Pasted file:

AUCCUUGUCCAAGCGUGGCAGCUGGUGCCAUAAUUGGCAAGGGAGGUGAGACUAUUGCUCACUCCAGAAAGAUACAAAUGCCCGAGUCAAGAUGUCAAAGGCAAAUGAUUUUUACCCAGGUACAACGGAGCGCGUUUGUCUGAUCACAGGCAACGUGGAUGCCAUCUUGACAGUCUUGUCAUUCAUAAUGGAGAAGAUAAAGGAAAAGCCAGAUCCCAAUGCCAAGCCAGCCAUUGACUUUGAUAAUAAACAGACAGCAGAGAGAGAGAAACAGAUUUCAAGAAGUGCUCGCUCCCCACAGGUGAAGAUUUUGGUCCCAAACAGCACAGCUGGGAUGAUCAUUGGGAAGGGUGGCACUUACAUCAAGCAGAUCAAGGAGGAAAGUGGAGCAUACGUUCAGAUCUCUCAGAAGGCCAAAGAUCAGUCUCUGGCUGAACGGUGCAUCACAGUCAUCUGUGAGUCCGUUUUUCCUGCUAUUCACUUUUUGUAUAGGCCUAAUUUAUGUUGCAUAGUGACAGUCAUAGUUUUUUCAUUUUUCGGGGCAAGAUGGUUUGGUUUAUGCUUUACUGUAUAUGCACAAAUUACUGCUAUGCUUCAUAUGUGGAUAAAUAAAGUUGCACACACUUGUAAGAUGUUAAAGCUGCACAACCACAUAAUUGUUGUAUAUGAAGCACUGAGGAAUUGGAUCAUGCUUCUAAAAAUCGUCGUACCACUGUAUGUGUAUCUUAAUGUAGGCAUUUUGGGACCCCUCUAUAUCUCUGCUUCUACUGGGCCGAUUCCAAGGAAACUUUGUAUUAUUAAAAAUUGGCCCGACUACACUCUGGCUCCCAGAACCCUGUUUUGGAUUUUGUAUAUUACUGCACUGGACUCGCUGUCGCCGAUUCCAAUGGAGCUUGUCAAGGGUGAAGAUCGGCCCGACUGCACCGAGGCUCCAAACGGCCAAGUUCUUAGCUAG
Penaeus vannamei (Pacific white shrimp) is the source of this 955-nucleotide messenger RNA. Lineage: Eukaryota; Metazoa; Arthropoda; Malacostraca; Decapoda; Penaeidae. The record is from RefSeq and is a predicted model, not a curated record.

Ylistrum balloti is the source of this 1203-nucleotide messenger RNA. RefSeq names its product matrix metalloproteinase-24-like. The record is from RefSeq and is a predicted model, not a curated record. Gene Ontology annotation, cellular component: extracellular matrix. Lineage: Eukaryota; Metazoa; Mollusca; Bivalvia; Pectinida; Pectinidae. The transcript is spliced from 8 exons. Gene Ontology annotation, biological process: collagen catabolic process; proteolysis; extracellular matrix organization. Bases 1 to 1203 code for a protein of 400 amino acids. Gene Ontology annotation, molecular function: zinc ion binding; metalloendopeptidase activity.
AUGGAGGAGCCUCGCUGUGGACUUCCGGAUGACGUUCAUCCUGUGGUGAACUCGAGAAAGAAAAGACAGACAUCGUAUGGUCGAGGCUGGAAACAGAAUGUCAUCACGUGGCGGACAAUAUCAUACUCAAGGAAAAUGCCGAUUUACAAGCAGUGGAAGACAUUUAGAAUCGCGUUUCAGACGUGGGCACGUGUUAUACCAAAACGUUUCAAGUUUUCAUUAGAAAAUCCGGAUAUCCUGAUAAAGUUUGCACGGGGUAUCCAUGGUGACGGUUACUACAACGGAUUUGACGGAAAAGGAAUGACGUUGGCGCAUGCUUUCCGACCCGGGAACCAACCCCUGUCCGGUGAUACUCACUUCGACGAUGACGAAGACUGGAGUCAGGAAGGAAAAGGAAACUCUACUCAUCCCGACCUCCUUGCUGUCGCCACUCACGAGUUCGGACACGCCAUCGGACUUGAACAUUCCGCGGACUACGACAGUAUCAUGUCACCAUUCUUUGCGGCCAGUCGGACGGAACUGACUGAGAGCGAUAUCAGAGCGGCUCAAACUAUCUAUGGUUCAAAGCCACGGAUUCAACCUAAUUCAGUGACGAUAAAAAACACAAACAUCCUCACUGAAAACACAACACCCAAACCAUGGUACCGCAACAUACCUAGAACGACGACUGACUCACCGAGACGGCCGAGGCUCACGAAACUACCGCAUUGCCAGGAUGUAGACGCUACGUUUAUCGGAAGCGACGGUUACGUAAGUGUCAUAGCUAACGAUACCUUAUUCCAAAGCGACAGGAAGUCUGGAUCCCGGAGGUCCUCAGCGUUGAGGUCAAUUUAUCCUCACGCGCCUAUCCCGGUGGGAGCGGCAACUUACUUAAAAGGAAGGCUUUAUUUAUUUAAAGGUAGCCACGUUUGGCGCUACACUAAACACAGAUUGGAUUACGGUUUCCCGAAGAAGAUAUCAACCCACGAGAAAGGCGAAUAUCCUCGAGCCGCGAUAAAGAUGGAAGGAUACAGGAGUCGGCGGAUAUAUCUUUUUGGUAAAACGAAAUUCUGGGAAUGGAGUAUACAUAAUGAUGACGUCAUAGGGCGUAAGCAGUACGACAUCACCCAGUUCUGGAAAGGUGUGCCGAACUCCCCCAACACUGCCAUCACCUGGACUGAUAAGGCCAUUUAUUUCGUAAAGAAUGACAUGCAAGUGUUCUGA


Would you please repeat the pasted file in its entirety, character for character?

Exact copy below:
AUCCUUGUCCAAGCGUGGCAGCUGGUGCCAUAAUUGGCAAGGGAGGUGAGACUAUUGCUCACUCCAGAAAGAUACAAAUGCCCGAGUCAAGAUGUCAAAGGCAAAUGAUUUUUACCCAGGUACAACGGAGCGCGUUUGUCUGAUCACAGGCAACGUGGAUGCCAUCUUGACAGUCUUGUCAUUCAUAAUGGAGAAGAUAAAGGAAAAGCCAGAUCCCAAUGCCAAGCCAGCCAUUGACUUUGAUAAUAAACAGACAGCAGAGAGAGAGAAACAGAUUUCAAGAAGUGCUCGCUCCCCACAGGUGAAGAUUUUGGUCCCAAACAGCACAGCUGGGAUGAUCAUUGGGAAGGGUGGCACUUACAUCAAGCAGAUCAAGGAGGAAAGUGGAGCAUACGUUCAGAUCUCUCAGAAGGCCAAAGAUCAGUCUCUGGCUGAACGGUGCAUCACAGUCAUCUGUGAGUCCGUUUUUCCUGCUAUUCACUUUUUGUAUAGGCCUAAUUUAUGUUGCAUAGUGACAGUCAUAGUUUUUUCAUUUUUCGGGGCAAGAUGGUUUGGUUUAUGCUUUACUGUAUAUGCACAAAUUACUGCUAUGCUUCAUAUGUGGAUAAAUAAAGUUGCACACACUUGUAAGAUGUUAAAGCUGCACAACCACAUAAUUGUUGUAUAUGAAGCACUGAGGAAUUGGAUCAUGCUUCUAAAAAUCGUCGUACCACUGUAUGUGUAUCUUAAUGUAGGCAUUUUGGGACCCCUCUAUAUCUCUGCUUCUACUGGGCCGAUUCCAAGGAAACUUUGUAUUAUUAAAAAUUGGCCCGACUACACUCUGGCUCCCAGAACCCUGUUUUGGAUUUUGUAUAUUACUGCACUGGACUCGCUGUCGCCGAUUCCAAUGGAGCUUGUCAAGGGUGAAGAUCGGCCCGACUGCACCGAGGCUCCAAACGGCCAAGUUCUUAGCUAG
Penaeus vannamei (Pacific white shrimp) is the source of this 955-nucleotide messenger RNA. Lineage: Eukaryota; Metazoa; Arthropoda; Malacostraca; Decapoda; Penaeidae. The record is from RefSeq and is a predicted model, not a curated record.

Ylistrum balloti is the source of this 1203-nucleotide messenger RNA. RefSeq names its product matrix metalloproteinase-24-like. The record is from RefSeq and is a predicted model, not a curated record. Gene Ontology annotation, cellular component: extracellular matrix. Lineage: Eukaryota; Metazoa; Mollusca; Bivalvia; Pectinida; Pectinidae. The transcript is spliced from 8 exons. Gene Ontology annotation, biological process: collagen catabolic process; proteolysis; extracellular matrix organization. Bases 1 to 1203 code for a protein of 400 amino acids. Gene Ontology annotation, molecular function: zinc ion binding; metalloendopeptidase activity.
AUGGAGGAGCCUCGCUGUGGACUUCCGGAUGACGUUCAUCCUGUGGUGAACUCGAGAAAGAAAAGACAGACAUCGUAUGGUCGAGGCUGGAAACAGAAUGUCAUCACGUGGCGGACAAUAUCAUACUCAAGGAAAAUGCCGAUUUACAAGCAGUGGAAGACAUUUAGAAUCGCGUUUCAGACGUGGGCACGUGUUAUACCAAAACGUUUCAAGUUUUCAUUAGAAAAUCCGGAUAUCCUGAUAAAGUUUGCACGGGGUAUCCAUGGUGACGGUUACUACAACGGAUUUGACGGAAAAGGAAUGACGUUGGCGCAUGCUUUCCGACCCGGGAACCAACCCCUGUCCGGUGAUACUCACUUCGACGAUGACGAAGACUGGAGUCAGGAAGGAAAAGGAAACUCUACUCAUCCCGACCUCCUUGCUGUCGCCACUCACGAGUUCGGACACGCCAUCGGACUUGAACAUUCCGCGGACUACGACAGUAUCAUGUCACCAUUCUUUGCGGCCAGUCGGACGGAACUGACUGAGAGCGAUAUCAGAGCGGCUCAAACUAUCUAUGGUUCAAAGCCACGGAUUCAACCUAAUUCAGUGACGAUAAAAAACACAAACAUCCUCACUGAAAACACAACACCCAAACCAUGGUACCGCAACAUACCUAGAACGACGACUGACUCACCGAGACGGCCGAGGCUCACGAAACUACCGCAUUGCCAGGAUGUAGACGCUACGUUUAUCGGAAGCGACGGUUACGUAAGUGUCAUAGCUAACGAUACCUUAUUCCAAAGCGACAGGAAGUCUGGAUCCCGGAGGUCCUCAGCGUUGAGGUCAAUUUAUCCUCACGCGCCUAUCCCGGUGGGAGCGGCAACUUACUUAAAAGGAAGGCUUUAUUUAUUUAAAGGUAGCCACGUUUGGCGCUACACUAAACACAGAUUGGAUUACGGUUUCCCGAAGAAGAUAUCAACCCACGAGAAAGGCGAAUAUCCUCGAGCCGCGAUAAAGAUGGAAGGAUACAGGAGUCGGCGGAUAUAUCUUUUUGGUAAAACGAAAUUCUGGGAAUGGAGUAUACAUAAUGAUGACGUCAUAGGGCGUAAGCAGUACGACAUCACCCAGUUCUGGAAAGGUGUGCCGAACUCCCCCAACACUGCCAUCACCUGGACUGAUAAGGCCAUUUAUUUCGUAAAGAAUGACAUGCAAGUGUUCUGA